L.A. Times: Mission of Justice Department Is Not ‘Lock Her Up’

Attorney General Jeff Sessions

Attorney General Jeff Sessions


By Editorial Board
Los Angeles Times

We live in a country of laws and no one should be above them. That includes the president. And it also includes Hillary Clinton, the president’s former campaign opponent. Where there is reason to believe wrongdoing or self-dealing has occurred in violation of the laws there should be an investigation and if necessary a prosecution.

But the calls by some Republicans for a special counsel to investigate Clinton smack of something other than a desire for evenhanded enforcement of the law. Rather, they are part of a desperate effort by the president, his allies in Congress and the right-wing media to take the focus off the tangled investigations into the Trump campaign’s conduct, and particularly into any possible collusion with Russia.

Earlier this month Trump tweeted: “Everybody is asking why the Justice Department (and FBI) isn’t looking into all of the dishonesty going on with Crooked Hillary & the Dems.” Meanwhile, Republican members of Congress have offered up a grab bag of incidents and insinuations they claim justify the appointment of a special counsel.

This dubious bill of particulars includes Clinton’s (minimal) role as secretary of state in the approval of the purchase by a Russian company of a controlling stake in Uranium One, a uranium company whose major investor had contributed to the Clinton Foundation; the investigation of Clinton’s use of a private email server (yes, they’re still on about that); and the Democrats’ funding of the so-called “dossier” about Trump and Russia, which some Republicans theorize was the genesis of electronic surveillance of members of the Trump campaign.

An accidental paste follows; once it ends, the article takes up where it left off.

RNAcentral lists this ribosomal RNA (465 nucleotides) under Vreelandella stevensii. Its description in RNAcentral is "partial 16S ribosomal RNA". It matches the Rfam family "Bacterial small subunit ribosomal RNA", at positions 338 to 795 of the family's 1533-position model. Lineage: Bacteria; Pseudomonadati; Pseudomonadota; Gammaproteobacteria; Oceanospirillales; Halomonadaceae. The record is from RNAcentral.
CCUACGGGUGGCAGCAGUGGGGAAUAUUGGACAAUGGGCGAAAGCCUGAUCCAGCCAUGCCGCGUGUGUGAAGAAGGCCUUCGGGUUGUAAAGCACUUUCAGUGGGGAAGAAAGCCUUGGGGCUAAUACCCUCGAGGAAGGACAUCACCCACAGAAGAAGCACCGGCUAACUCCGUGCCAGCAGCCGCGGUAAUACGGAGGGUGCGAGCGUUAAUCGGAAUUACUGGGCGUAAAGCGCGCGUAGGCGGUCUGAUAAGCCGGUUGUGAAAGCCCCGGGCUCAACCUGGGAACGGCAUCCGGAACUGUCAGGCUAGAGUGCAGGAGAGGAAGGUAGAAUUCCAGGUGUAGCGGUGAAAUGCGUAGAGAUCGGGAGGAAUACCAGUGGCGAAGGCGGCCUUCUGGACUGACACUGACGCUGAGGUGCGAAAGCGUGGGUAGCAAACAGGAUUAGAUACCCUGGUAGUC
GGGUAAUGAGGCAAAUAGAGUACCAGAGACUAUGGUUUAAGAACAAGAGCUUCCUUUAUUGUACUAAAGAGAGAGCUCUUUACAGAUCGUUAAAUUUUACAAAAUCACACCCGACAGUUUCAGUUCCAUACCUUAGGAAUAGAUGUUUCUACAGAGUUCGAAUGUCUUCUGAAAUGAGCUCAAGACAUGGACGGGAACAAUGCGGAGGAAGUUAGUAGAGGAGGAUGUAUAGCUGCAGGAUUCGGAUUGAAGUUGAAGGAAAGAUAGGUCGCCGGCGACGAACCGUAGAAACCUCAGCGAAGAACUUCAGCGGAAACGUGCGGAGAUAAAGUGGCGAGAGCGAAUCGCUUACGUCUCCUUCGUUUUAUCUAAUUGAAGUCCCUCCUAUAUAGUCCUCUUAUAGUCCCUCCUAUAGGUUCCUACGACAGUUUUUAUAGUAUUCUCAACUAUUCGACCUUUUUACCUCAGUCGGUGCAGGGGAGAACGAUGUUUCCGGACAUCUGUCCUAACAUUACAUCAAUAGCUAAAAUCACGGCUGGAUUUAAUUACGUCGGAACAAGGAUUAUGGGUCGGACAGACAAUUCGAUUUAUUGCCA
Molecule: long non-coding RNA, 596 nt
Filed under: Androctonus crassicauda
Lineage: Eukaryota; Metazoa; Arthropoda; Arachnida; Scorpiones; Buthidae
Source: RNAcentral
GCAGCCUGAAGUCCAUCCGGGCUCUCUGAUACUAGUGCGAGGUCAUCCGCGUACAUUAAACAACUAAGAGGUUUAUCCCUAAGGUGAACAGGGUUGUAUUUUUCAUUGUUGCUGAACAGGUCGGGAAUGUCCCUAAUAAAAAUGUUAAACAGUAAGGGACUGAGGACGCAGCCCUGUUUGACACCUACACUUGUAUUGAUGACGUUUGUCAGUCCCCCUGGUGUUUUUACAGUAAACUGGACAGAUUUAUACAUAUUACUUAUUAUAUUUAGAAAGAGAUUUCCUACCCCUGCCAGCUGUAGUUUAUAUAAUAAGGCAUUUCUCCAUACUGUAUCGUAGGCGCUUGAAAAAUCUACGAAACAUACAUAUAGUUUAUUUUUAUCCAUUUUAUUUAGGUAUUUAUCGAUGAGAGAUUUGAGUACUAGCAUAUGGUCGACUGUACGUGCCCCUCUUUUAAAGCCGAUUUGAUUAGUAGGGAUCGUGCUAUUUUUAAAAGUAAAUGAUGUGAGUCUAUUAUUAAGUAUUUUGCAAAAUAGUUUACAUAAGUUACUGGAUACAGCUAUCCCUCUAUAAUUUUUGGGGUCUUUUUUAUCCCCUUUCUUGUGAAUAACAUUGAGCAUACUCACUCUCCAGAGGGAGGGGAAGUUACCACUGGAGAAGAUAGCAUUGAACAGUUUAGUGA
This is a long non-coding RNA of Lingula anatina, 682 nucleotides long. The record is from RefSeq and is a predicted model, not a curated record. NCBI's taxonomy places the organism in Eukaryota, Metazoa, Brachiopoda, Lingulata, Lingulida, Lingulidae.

On Tuesday Atty. Gen. Jeff Sessions told the House Judiciary Committee that any decision to name another special counsel would be guided by law, not politics. But his comments were only partly reassuring.

To read more click here.

Clinton Compares Trump to a Dictator over Prosecution Threats of Uranium Deal

Hillary Clinton

Hillary Clinton

By Steve Neavling
ticklethewire.com

Hillary Clinton slammed President Trump and his administration for threatening to appoint a special prosecutor to investigate her over the Uranium One deal, saying the threats are a dangerous slippery slope that could lead to authoritarianism.